Having spent a staggering $200 billion to host the world’s biggest sporting showcase, Qatar had captured the global spotlight.
The Gulf state’s discovery of natural gas in the middle of the 20th century was a game changer.
Today, about 99 per cent of its economy is powered by gas, earning the tag, “world’s largest exporter of Liquefied Natural Gas” (LNG). With its world-class airline and major air transport hub, stunning corporate and tourist infrastructure, one will not be faulted for believing that we can also drive our own development agenda through domestic gas.
This begs the question: Why is Ghana not doing more to tap into the immense benefits of its domestic gas resources?
Transformative potential of gas
Ghana’s gas reserves are not as significant as others in the region. However, current domestic gas capacity is more than 10 times the nation’s current consumption. Ghana’s estimated 1.5 trillion cubic feet (tcf) of gas reserves – while not near as extensive as Nigeria’s (approximately 200 trillion tcf) or Mozambique’s (over 100 trillion tcf of natural gas reserves) is more than enough to drive the nation’s energy agenda.
Across the African continent, natural gas has boosted economies on a large scale. Algeria, with its abundant gas reserves, is a net exporter of natural gas to Europe, as is Egypt. The extensive Algiers Metro (part of which is underground) and the newly built Cairo capital are projects that were financed respectively by these hydrocarbon riches.
Nigeria’s Lagos-Calabar railway could very well be a similar modern train service from Accra to Paga, seeing as both straight line distances are just over 500km.
If gas revenues are funding such projects in neighbouring African countries, Ghana cannot afford to miss out on these developments either.
In August 2023, Tullow Ghana Limited and the Jubilee Partners – Kosmos Energy, Petro SA, Ghana National Petroleum Corporation (GNPC), and Jubilee Oil Holdings – confirmed that they had signed an amendment to the Interim Gas Sales Agreement in Ghana, ensuring that gas was sold at the low-cost price of $2.90 per Metric Million British Thermal Unit (MMBtu), the very price of Jubilee gas referenced back in the 2017 Jubilee Plan of Development.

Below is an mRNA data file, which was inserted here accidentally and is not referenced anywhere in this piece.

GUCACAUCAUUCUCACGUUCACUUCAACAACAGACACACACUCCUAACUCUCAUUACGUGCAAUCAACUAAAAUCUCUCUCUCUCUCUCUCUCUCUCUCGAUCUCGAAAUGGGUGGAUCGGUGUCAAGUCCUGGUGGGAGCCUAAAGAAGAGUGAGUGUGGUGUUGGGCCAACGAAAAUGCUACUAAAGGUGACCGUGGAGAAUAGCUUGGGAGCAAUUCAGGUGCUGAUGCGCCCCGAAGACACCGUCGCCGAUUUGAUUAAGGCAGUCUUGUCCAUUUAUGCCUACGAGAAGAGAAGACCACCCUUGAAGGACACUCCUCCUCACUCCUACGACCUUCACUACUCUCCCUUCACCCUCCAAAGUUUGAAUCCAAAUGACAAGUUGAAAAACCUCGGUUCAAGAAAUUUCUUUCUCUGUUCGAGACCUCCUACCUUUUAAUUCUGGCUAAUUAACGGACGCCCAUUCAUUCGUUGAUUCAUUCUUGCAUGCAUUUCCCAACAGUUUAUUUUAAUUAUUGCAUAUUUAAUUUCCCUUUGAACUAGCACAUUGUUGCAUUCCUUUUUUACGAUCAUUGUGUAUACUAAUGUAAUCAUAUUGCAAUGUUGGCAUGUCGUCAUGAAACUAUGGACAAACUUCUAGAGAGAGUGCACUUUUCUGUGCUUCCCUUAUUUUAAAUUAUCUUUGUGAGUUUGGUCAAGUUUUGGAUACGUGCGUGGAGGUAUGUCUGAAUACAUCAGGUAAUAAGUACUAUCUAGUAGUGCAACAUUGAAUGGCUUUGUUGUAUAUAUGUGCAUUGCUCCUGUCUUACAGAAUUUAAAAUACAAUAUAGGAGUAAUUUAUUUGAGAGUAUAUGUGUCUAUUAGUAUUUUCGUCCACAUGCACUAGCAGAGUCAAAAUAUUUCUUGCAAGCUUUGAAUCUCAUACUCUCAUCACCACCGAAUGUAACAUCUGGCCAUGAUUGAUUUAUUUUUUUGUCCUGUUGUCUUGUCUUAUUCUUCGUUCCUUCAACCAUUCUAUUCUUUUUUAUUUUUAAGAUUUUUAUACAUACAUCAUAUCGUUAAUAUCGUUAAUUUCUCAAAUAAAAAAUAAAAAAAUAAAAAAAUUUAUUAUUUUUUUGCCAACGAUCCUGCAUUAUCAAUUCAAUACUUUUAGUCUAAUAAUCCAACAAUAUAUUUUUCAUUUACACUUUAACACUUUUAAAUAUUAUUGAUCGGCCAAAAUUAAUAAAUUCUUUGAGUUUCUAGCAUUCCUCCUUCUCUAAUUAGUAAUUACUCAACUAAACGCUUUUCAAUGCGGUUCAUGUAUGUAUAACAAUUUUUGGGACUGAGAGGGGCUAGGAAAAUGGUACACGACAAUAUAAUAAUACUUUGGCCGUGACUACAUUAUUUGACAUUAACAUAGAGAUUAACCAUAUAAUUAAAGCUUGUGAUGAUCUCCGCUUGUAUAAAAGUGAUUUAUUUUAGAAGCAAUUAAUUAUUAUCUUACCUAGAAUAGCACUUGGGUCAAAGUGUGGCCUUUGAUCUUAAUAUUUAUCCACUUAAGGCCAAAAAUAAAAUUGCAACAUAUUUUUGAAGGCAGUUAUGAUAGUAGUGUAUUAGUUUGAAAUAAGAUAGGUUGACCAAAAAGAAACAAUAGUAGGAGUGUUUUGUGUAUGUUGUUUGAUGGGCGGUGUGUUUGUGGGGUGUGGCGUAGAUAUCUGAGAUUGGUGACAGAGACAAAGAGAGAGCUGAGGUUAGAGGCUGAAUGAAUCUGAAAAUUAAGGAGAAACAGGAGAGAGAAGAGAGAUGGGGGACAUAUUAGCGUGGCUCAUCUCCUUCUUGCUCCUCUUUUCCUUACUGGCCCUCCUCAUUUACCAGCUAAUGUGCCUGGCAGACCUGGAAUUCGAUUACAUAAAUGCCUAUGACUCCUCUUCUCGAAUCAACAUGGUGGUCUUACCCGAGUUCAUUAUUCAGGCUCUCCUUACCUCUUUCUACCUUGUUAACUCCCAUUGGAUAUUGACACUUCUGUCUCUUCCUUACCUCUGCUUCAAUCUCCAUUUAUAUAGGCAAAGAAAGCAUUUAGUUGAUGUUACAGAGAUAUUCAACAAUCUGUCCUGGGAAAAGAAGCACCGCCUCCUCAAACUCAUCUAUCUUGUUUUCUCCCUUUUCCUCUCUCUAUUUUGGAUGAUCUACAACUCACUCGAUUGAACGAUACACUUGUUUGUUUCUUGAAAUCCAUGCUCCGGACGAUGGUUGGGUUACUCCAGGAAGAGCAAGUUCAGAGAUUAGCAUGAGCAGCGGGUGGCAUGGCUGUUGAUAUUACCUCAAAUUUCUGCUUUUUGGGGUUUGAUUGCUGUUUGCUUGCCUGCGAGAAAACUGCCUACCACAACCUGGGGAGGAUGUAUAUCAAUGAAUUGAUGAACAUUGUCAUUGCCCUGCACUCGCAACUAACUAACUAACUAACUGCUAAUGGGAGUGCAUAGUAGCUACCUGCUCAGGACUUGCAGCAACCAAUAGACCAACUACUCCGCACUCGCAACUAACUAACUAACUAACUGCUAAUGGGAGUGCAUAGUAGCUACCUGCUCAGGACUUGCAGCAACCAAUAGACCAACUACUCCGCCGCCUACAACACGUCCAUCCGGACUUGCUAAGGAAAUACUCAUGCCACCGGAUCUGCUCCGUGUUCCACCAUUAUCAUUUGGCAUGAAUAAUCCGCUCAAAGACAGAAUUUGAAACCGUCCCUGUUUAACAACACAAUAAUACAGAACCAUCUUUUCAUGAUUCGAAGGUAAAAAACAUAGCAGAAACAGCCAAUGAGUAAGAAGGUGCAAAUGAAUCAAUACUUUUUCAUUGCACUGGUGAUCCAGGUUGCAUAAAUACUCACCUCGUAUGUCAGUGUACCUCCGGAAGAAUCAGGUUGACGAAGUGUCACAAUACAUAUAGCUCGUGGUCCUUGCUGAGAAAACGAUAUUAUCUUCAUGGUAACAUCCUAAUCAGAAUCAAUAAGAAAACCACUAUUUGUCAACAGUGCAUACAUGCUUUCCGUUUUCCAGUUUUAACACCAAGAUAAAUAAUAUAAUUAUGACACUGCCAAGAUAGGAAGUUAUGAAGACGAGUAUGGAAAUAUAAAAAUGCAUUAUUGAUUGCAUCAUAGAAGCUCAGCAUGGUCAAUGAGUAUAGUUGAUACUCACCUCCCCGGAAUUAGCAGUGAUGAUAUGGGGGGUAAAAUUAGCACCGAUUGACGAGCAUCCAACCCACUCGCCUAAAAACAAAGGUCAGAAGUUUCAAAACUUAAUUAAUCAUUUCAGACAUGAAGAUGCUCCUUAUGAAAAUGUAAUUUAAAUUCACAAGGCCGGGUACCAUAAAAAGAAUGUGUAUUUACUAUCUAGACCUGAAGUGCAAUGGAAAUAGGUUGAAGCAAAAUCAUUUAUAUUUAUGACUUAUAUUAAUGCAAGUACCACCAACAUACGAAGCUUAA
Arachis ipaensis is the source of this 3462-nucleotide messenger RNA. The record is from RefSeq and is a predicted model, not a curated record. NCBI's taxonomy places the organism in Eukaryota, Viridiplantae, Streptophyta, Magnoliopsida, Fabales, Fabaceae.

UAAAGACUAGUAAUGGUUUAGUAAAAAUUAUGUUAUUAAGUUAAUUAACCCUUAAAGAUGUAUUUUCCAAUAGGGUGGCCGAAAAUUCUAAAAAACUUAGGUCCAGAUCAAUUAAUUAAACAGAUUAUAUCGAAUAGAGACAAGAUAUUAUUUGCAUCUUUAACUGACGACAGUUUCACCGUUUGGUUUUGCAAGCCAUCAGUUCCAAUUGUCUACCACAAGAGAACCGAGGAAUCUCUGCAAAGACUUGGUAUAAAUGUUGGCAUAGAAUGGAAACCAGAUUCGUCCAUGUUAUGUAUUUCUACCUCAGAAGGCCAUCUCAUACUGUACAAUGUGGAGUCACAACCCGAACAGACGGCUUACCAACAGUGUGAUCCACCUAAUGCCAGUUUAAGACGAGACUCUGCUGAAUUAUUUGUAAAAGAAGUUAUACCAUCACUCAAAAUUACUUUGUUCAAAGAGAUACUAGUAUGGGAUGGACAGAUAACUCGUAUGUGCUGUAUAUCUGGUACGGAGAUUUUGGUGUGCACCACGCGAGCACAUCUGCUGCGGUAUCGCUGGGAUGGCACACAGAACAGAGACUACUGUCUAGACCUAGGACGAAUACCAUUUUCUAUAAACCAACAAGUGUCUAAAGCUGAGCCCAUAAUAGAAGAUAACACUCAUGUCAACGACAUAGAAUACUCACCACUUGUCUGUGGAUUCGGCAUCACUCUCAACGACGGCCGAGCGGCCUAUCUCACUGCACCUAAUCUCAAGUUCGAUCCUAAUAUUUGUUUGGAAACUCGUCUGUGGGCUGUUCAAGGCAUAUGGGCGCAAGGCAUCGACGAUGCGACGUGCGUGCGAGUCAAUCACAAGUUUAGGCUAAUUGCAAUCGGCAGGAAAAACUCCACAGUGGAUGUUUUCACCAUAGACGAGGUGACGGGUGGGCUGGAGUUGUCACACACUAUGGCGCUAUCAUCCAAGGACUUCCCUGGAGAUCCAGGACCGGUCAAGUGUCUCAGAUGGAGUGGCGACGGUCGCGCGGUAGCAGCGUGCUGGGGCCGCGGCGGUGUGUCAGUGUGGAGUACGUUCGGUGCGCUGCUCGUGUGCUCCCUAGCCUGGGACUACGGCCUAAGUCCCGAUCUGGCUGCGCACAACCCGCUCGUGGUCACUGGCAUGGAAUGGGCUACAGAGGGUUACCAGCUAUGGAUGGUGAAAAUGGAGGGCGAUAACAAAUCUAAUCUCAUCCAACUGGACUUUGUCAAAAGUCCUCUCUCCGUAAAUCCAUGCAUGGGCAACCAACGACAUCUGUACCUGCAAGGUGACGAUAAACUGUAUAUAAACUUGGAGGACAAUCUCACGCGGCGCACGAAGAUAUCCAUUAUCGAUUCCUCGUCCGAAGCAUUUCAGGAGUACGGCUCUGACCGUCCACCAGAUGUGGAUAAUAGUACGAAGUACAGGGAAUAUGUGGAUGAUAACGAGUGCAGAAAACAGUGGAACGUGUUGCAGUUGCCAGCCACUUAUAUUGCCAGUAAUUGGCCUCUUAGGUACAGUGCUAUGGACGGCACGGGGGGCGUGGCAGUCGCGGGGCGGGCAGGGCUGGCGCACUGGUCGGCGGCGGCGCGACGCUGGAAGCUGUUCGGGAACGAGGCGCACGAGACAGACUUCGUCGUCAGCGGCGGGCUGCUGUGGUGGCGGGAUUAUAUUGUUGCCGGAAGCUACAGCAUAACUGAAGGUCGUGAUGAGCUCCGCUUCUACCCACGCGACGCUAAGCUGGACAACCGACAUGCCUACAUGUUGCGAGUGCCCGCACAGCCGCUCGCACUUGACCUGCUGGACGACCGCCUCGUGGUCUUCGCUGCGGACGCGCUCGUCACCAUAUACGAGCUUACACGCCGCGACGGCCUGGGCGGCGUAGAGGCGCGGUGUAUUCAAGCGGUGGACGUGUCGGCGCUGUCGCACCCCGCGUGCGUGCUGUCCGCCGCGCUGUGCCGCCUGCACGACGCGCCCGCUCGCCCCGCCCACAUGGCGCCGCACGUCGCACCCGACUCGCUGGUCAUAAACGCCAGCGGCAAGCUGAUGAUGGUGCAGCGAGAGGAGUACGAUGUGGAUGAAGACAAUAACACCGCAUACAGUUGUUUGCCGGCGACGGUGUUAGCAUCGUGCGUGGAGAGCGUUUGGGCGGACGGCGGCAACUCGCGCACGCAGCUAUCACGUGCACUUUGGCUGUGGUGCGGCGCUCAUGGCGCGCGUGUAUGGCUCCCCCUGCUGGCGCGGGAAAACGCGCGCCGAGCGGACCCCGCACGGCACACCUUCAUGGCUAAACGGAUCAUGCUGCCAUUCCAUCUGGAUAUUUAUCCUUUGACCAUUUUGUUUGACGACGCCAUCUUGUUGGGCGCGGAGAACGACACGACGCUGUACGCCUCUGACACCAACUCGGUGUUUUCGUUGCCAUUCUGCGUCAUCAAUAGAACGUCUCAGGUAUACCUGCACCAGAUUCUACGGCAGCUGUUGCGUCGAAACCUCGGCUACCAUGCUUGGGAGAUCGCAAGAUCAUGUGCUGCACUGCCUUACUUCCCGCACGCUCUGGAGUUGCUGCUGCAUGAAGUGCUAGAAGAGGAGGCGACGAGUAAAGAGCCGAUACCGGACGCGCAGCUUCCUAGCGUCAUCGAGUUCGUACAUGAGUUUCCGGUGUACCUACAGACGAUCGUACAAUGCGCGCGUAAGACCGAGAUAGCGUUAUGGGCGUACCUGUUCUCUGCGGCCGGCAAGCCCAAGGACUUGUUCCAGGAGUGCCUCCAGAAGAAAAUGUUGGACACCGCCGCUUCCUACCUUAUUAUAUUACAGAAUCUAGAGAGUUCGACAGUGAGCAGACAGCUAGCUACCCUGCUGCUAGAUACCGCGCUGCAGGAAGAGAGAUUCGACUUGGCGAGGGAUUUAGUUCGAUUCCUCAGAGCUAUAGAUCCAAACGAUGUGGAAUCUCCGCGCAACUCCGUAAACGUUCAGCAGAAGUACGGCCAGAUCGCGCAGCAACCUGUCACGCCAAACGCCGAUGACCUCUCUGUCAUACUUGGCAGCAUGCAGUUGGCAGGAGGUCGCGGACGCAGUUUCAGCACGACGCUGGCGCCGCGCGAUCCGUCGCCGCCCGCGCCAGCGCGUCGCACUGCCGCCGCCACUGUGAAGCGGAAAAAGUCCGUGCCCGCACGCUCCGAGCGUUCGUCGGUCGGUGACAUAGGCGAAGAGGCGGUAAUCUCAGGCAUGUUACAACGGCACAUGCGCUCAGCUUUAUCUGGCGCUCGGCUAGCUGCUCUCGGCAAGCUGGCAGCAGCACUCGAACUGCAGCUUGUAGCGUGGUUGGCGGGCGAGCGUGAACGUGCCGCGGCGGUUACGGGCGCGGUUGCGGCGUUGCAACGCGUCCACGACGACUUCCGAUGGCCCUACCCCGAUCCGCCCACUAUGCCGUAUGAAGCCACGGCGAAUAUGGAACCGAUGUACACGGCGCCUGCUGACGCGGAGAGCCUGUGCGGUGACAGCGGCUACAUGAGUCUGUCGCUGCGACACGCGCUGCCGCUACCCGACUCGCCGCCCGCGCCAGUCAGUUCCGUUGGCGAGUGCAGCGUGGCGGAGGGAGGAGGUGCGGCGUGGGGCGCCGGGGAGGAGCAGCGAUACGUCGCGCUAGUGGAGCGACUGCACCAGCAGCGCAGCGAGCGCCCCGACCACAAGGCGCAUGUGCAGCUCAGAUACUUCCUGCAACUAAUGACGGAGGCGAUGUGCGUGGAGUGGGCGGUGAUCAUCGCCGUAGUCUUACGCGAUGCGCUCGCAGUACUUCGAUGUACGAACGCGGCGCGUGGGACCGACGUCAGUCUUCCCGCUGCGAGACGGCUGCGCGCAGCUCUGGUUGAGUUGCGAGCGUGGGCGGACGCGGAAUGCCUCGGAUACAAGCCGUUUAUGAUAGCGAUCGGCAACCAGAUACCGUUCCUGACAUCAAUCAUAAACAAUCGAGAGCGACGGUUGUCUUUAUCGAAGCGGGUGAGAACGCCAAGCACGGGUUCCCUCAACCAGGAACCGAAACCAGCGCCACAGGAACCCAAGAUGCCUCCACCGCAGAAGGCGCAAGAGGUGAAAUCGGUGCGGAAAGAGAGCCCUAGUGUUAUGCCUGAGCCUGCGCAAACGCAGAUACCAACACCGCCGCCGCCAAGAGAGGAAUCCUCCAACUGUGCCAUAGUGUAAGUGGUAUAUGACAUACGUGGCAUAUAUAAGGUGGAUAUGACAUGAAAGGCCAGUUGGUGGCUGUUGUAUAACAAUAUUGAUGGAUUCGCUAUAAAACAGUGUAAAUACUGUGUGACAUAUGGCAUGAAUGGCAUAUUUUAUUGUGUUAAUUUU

Because of what this means for funding national development programmes, the Government of Ghana, especially, deserves praise for its foresight. Achieving massive industrialisation is not possible without a regular supply of cheap energy sources.
While this short-term agreement terminates before the fourth quarter of 2023, it is a signal of intent that Ghana is ready to utilise domestic gas as a reliable and sustainable energy source to power the nation’s industrialisation ambitions.
Oil and gas stakeholders in Ghana are optimistic that acceptable commercial terms for export of future long-term volumes of locally drilled gas will be agreed before the expiration of this interim agreement (set to expire by end of September 2023).
This step in the right direction signals a willingness to prioritise the domestic gas value chain in the long run.
However, plans are also far advanced for Ghana’s industries to be powered by imported LNG. Presently, a terminal worth over $400m is already under construction, with plans to import LNG from oil giant Shell.
While this will boost gas availability, the associated costs of importing gas hold long-term implications.
The UK Guardian recently published a story titled, “Will Ghana’s gas gamble perpetuate a cycle of fossil-fuel related debt?”
In it, the writer, Chloé Farand, outlined a bleak outlook into what on the surface would have looked like a boost to the industrialisation plans the government has outlined. First, the importation agreement ties Ghana to a 17-year contract with Shell.
This is likely to result in future fossil fuel-related debt, from the high cost of import.